The idea of home, of a sense of place, is a vital thread in conservative thought. It’s crucial to the conservative emphasis on community, family, and local institutions. Yet amid the incessant discussions on this theme, it’s easy to forget how such a basic good as a literal home is unobtainable for so many homeless Americans. On any night in the U.S. there are roughly 400,000 to 650,000
100,000 Homes is a remarkable grassroots campaign that has been trying to house the most at-risk homeless people throughout the U.S. for the past four years. They recently hit their goal of housing over 100,000 by July 2014. To achieve this goal, they have been working with private charities, business people, community leaders, volunteers, and governments across the nation. They have focused on coordinating the efforts of pre-existing and new organizations and implementing a grounded, systematic approach to helping the homeless.
While their goal is ambitious, the people involved in the 100,000 Homes campaign are realists. 100,000 is a large number, but they are focused solely on housing, “no strings attached.” In a fascinating 60 Minutes special (watch it here and here), one of the group’s spokespeople explained that their approach is not about fairness, but about a practical consideration of alternatives. They have specifically targeted the chronically homeless (those who are not transitioning quickly) for aid. Offering these people a permanent home is actually more cost effective for the community than allowing them to remain homeless, since their use of hospital, police, and other community services is much greater when they are living on the street.
The demographics of homelessness are tragic from the get-go. Many are suffering from significant physical or mental illness, substance abuse is prevalent, and a depressingly high number are war veterans. On top of that, homelessness has health effects similar to cancer, reducing life expectancy by decades, and these many ill effects force homeless people to become regular patrons of their local emergency rooms. 100,000 Homes makes a pretty compelling argument: Do you want to spend more by keeping people on the street or spend less and also provide them with a home?
These homes come largely without strings attached, but the tenants are required to pay 30% of any income they bring in towards their housing. These homes have the added significant benefit of assigning each homeless person a fixed location where they can be found and helped by social workers and other ministries who may otherwise have difficulty finding them.
It’s especially exciting to see how this campaign seeks to bring various groups together in a common cause. It isn’t looking purely to government or some big-name charity for aid. They have helped bring a large diversity of players together (the 60 Minutes special shows some inspiring examples of this cooperation). And this is a boots-on-the-ground effort: their main first objective when starting in a new location is to send volunteers out at 3AM to take a survey of area homeless people to determine which are chronically homeless. The volunteers talk to the homeless about their current living conditions, employment status, health, and recent history. They compile and assess this information, and those people most at risk are brought into the program first.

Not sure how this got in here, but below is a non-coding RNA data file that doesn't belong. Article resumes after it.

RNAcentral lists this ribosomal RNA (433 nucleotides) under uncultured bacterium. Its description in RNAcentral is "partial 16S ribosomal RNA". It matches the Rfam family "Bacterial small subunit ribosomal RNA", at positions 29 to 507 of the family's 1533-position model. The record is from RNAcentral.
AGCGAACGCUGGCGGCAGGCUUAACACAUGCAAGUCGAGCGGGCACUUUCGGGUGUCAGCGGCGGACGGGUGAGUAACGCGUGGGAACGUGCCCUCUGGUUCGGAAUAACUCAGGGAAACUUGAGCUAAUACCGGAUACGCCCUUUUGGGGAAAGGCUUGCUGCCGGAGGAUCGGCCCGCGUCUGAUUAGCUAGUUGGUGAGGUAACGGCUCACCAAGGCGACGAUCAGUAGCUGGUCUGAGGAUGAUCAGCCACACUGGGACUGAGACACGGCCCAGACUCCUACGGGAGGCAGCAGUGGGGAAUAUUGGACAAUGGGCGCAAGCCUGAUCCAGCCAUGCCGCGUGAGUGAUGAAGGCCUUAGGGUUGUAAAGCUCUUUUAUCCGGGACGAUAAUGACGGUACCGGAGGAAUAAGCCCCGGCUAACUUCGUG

Thankfully, 100,000 Homes also recognizes the limitations of their work. They realize that people need more than just a home, but they also see a home as an essential starting place. Having a place where you permanently reside not only benefits you physically, it also provides you with a better connection to those around you. With a chance to shower, shave, get out of the elements, have a permanent address, and meet regularly with social workers, the homeless have a real shot at improving their health and their situation. In addition to these practical benefits, the homeless person is able to transition from often being viewed as a nuisance to instead being viewed as a neighbor. Having a home is an important first building block in helping the homeless person transition to becoming a thriving member of their community.
Of course, not all outcomes will be good, and simply providing a house will not “fix” people. The 60 Minutes special made this clear, showing us people with substance abuse problems for which housing was not a quick cure. But at the end of the day, we are left with the simple question: If housing the homeless can improve their living situation and health and, thereby, reduce taxpayer costs associated with unpaid emergency room care and other services, what step would you take?
Impressively, 100,000 Homes met their goal of placing 100,000 homeless people in homes, and all the human hands involved deserve our respect. The campaign proves how effective people can be in helping the poor when they’re coordinated: Charities, churches, businesspeople, and governments working together and guided by a systematic approach.
The poor will certainly always be among us, but this is an impressive success story in taking a big step to help a large number of the worst-off in our country. Take fifteen minutes and learn a bit about their process and success. Consider lending a hand to help the homeless in your own community. The success of 100,000 Homes is inspiring and should warm the heart of all those inclined towards helping their neighbors develop a real sense of place.